Australia’s Weak Climate Pledge Draws Instant Derision

Long recognized as a laggard on climate, Australia does little to burnish its image with a meek plan to reduce emissions.

Australian prime minister Tony Abbott was derided for his country's weak climate pledge

Australia's prime minister Tony Abbott has offered a timid climate pledge ahead of the UN talks. Credit: Wikimedia

Australia on Monday submitted a modest emissions-reduction pledge to the United Nations negotiating body on climate change.  It was met by a disparaging chorus of critics who said it did not shoulder a fair load in the world's struggle to keep global warming within safe limits.

Australia, a leading producer of coal with an unusually high per-capita output of carbon dioxide, has been viewed as a laggard in the climate fight for decades, especially since its government reversed course and abandoned a tax on carbon last year.

It now says it will reduce emissions 26 to 28 percent below the levels of 2005 by 2030, a rate of reduction that is less than promised by most leading industrial nations.

Prime Minister Tony Abbott, who led the charge to end the carbon tax, sought to defend what was widely derided as a half-hearted effort. He was quoted by the Guardian as saying,  "It's better than Japan. It's almost the same as New Zealand. It's a whisker below Canada. It's a little below Europe. It's about the same as the United States. It's vastly better than Korea. Of course, it is unimaginably better than China."

But climate experts, noting that each nation ought to be striving to meet ambitious targets given their own particular circumstances, said Australia owes the world much more.

The Climate Council, an Australian policy group, said in a detailed fact sheet that Australia's goals "simply don't represent a fair contribution to the world effort to bring climate change under control."

Australia would also be cutting back more slowly than most. Europe's cuts are much deeper, and U.S. emissions would drop much more quickly, according to their pledges. Australia's goals are even weaker than Canada's, another straggler.

"Other countries will have to pick up Australia's slack to tackle climate change -- including many developing countries with fewer resources," said David Waskow, international climate director with the World Resources Institute.

Tony de Brum, foreign minister of the Marshall Islands, put it even more bluntly in a scathing statement.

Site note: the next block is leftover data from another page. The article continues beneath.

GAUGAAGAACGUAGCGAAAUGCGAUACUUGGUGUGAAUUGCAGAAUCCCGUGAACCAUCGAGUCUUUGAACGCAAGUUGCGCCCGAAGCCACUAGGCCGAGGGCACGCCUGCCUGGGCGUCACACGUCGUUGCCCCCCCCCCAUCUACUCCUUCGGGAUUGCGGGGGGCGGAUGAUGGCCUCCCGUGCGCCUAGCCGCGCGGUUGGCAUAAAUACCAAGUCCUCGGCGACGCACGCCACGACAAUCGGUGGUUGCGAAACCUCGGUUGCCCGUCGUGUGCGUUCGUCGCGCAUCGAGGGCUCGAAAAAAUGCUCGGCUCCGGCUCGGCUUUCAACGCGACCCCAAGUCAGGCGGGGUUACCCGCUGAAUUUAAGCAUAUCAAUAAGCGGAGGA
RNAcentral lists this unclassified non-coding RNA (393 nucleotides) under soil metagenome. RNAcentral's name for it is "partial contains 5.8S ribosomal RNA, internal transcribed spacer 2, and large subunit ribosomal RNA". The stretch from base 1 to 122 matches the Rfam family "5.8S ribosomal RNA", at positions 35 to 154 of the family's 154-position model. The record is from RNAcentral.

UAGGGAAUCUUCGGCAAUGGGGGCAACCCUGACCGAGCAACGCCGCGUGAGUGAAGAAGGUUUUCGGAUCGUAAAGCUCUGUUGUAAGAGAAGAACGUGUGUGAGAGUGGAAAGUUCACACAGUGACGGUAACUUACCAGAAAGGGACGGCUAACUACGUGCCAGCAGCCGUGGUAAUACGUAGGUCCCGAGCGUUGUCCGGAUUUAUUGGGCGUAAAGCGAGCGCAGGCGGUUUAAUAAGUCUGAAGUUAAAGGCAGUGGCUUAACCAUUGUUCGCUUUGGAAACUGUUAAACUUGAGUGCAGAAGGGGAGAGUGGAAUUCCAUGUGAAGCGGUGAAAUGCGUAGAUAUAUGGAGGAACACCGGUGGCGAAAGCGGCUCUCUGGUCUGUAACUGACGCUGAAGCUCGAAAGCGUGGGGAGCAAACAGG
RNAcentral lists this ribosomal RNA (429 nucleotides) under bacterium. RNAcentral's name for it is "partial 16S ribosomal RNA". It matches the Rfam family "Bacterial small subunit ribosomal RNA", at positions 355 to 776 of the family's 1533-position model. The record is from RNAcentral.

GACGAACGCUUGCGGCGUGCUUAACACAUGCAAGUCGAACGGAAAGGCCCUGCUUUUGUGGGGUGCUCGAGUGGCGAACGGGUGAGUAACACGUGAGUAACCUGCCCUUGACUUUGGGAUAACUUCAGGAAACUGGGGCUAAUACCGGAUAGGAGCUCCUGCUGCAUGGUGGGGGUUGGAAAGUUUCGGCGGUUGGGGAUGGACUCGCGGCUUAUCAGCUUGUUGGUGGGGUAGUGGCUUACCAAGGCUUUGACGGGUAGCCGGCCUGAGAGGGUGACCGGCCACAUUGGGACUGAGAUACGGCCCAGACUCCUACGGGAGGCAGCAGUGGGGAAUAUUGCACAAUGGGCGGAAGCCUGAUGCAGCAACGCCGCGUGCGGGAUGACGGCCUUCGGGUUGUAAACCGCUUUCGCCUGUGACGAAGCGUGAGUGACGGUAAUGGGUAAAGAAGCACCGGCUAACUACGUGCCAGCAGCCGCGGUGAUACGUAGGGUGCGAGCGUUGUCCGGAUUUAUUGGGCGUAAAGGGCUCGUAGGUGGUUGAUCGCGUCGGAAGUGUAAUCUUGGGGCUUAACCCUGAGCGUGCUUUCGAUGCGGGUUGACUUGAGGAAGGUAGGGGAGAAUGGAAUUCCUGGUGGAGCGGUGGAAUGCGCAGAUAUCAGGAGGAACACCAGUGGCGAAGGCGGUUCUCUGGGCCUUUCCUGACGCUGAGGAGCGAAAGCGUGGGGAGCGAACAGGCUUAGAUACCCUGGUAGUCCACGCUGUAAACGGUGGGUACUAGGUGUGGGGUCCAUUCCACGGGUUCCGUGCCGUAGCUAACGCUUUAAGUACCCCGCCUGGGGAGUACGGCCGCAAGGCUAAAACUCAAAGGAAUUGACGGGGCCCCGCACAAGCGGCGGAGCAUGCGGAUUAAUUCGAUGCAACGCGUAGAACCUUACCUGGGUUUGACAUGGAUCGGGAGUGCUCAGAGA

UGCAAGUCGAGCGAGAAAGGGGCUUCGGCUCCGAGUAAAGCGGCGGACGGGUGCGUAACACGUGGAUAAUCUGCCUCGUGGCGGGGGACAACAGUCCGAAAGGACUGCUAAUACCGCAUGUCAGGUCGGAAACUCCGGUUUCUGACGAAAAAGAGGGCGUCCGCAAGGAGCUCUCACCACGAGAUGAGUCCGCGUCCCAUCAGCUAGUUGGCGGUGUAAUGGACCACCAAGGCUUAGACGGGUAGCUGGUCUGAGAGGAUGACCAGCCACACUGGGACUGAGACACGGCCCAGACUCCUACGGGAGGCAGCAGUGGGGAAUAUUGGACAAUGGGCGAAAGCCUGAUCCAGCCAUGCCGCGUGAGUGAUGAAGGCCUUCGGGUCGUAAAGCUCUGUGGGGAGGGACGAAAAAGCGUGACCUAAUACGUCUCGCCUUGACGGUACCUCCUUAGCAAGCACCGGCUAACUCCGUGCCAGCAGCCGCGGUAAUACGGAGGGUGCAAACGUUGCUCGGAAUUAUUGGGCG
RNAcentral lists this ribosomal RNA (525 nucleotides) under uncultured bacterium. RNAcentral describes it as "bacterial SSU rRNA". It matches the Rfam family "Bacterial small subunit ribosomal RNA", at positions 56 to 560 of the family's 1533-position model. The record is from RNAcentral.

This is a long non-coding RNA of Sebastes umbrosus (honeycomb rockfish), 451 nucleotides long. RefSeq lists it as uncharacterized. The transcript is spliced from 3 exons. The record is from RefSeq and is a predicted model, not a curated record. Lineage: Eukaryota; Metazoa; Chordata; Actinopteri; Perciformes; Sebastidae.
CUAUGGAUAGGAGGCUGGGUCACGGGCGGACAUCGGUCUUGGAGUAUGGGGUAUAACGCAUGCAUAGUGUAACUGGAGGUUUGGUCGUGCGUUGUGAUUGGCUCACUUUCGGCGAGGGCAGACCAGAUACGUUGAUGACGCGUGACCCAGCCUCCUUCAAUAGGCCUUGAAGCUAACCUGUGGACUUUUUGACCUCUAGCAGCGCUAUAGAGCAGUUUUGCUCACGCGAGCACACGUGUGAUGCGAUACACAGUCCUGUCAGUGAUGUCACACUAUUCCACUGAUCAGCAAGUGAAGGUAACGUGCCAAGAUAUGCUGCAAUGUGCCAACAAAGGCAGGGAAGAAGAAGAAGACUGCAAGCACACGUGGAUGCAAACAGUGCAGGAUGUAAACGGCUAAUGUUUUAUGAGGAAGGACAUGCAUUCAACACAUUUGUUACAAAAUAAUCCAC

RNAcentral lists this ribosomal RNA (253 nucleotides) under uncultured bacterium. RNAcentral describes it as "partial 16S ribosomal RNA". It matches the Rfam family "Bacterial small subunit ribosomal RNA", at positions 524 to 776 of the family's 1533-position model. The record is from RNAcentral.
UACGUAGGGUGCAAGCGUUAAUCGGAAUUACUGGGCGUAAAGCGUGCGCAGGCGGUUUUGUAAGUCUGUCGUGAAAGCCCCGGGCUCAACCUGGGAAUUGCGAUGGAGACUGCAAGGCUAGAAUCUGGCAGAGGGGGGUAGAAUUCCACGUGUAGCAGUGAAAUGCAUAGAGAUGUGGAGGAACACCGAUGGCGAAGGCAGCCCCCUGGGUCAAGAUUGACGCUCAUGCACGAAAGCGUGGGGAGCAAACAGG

"If the rest of the world followed Australia's lead, the Great Barrier Reef would disappear," he said. "So would my country, and the other vulnerable atoll nations on Australia's doorstep."  

Some Australian newspaper pundits were nearly as harsh.

The goal "looks like it has been based largely on what the government thinks is the minimum it can get away with in the international community and among the Australian public," wrote Tom Arup, environment editor of The Age. "But it falls short on three key measures: the science, the pace of international action and what can technically be achieved."

Laura Tingle, political editor of the Financial Review, chimed in: "As the Abbott Government seemingly unravels before our eyes, the Prime Minister has released a climate policy which must be the dodgiest bit of public policy in years."

Writing on ABC's The Drum blog, University of Melbourne economist Warwick Smith explored another common criticism of the Abbott policy: by choosing approaches other than a price on carbon to attack climate change, the government is wasting money and falling short of its emissions targets. He cited evidence that the nation could be achieving much more ambitious goals at little additional economic cost – although the deeper the cuts, the harder its coal industry would be hurt.

"It is clear that this low commitment is purely about protecting Tony Abbott's beloved coal industry at everyone else's expense," he wrote. "The sad news for Tony Abbott is that no matter what he does, the coal industry is living on borrowed time."


 

Facebook Twitter Google Plus Email LinkedIn RSS RSS Instagram YouTube